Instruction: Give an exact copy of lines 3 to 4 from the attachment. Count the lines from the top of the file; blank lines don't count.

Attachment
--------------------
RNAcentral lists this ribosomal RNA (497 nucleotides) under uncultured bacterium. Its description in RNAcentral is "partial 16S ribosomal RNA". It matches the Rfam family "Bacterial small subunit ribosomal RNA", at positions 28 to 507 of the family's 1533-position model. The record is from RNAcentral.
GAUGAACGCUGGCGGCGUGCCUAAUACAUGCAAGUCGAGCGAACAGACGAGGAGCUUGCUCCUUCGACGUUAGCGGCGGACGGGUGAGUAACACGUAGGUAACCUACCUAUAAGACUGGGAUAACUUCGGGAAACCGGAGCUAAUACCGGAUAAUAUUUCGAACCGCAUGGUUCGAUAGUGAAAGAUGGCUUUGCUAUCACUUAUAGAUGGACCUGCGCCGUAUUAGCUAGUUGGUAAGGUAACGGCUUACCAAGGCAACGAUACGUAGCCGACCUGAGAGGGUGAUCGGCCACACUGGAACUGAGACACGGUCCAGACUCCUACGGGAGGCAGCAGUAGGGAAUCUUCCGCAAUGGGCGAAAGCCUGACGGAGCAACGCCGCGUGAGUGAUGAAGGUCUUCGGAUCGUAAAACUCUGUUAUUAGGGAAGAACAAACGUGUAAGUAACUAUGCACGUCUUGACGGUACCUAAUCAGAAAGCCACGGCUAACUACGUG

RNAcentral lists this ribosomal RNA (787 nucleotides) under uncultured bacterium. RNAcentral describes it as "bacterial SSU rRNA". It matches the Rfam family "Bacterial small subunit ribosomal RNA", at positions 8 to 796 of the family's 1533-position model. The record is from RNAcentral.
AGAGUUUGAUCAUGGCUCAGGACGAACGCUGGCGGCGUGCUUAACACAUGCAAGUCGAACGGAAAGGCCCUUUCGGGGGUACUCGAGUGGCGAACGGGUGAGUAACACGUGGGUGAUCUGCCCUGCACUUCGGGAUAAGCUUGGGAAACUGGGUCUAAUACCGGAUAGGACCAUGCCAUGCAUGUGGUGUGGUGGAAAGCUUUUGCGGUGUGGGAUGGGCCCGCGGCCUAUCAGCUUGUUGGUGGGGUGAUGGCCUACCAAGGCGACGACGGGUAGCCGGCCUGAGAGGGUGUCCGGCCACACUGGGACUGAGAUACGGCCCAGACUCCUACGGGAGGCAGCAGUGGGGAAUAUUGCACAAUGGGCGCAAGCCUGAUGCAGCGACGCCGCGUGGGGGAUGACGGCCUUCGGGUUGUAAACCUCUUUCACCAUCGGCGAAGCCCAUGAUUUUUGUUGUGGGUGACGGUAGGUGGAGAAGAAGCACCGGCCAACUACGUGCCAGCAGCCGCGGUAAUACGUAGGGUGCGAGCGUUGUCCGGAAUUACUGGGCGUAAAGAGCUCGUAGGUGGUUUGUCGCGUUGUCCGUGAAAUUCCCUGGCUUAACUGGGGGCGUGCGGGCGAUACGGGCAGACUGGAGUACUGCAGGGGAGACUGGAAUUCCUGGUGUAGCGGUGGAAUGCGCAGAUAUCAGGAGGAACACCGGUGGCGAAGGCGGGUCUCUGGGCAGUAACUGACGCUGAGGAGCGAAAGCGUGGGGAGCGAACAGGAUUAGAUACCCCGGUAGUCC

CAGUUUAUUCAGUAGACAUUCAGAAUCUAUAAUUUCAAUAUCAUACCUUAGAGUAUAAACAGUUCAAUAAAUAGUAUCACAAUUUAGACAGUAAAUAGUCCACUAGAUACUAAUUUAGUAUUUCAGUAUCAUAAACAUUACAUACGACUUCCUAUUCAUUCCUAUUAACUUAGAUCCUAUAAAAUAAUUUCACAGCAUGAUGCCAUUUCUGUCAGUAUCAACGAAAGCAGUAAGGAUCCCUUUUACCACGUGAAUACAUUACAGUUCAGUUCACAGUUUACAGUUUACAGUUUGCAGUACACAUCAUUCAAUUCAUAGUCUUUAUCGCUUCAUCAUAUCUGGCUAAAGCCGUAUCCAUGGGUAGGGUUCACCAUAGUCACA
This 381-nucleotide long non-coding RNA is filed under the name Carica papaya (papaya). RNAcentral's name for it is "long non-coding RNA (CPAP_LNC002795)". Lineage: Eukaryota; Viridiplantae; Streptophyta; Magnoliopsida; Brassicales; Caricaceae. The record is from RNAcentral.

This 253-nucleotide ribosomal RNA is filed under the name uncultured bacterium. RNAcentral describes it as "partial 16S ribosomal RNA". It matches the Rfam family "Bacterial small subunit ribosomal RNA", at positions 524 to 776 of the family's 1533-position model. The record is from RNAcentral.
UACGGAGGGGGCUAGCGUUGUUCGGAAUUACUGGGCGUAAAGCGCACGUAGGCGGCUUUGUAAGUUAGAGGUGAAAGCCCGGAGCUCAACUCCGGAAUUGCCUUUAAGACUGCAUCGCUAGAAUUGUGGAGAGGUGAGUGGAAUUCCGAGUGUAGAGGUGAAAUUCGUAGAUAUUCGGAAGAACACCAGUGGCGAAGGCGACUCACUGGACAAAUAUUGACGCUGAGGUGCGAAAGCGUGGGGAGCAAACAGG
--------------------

RNAcentral lists this ribosomal RNA (787 nucleotides) under uncultured bacterium. RNAcentral describes it as "bacterial SSU rRNA". It matches the Rfam family "Bacterial small subunit ribosomal RNA", at positions 8 to 796 of the family's 1533-position model. The record is from RNAcentral.
AGAGUUUGAUCAUGGCUCAGGACGAACGCUGGCGGCGUGCUUAACACAUGCAAGUCGAACGGAAAGGCCCUUUCGGGGGUACUCGAGUGGCGAACGGGUGAGUAACACGUGGGUGAUCUGCCCUGCACUUCGGGAUAAGCUUGGGAAACUGGGUCUAAUACCGGAUAGGACCAUGCCAUGCAUGUGGUGUGGUGGAAAGCUUUUGCGGUGUGGGAUGGGCCCGCGGCCUAUCAGCUUGUUGGUGGGGUGAUGGCCUACCAAGGCGACGACGGGUAGCCGGCCUGAGAGGGUGUCCGGCCACACUGGGACUGAGAUACGGCCCAGACUCCUACGGGAGGCAGCAGUGGGGAAUAUUGCACAAUGGGCGCAAGCCUGAUGCAGCGACGCCGCGUGGGGGAUGACGGCCUUCGGGUUGUAAACCUCUUUCACCAUCGGCGAAGCCCAUGAUUUUUGUUGUGGGUGACGGUAGGUGGAGAAGAAGCACCGGCCAACUACGUGCCAGCAGCCGCGGUAAUACGUAGGGUGCGAGCGUUGUCCGGAAUUACUGGGCGUAAAGAGCUCGUAGGUGGUUUGUCGCGUUGUCCGUGAAAUUCCCUGGCUUAACUGGGGGCGUGCGGGCGAUACGGGCAGACUGGAGUACUGCAGGGGAGACUGGAAUUCCUGGUGUAGCGGUGGAAUGCGCAGAUAUCAGGAGGAACACCGGUGGCGAAGGCGGGUCUCUGGGCAGUAACUGACGCUGAGGAGCGAAAGCGUGGGGAGCGAACAGGAUUAGAUACCCCGGUAGUCC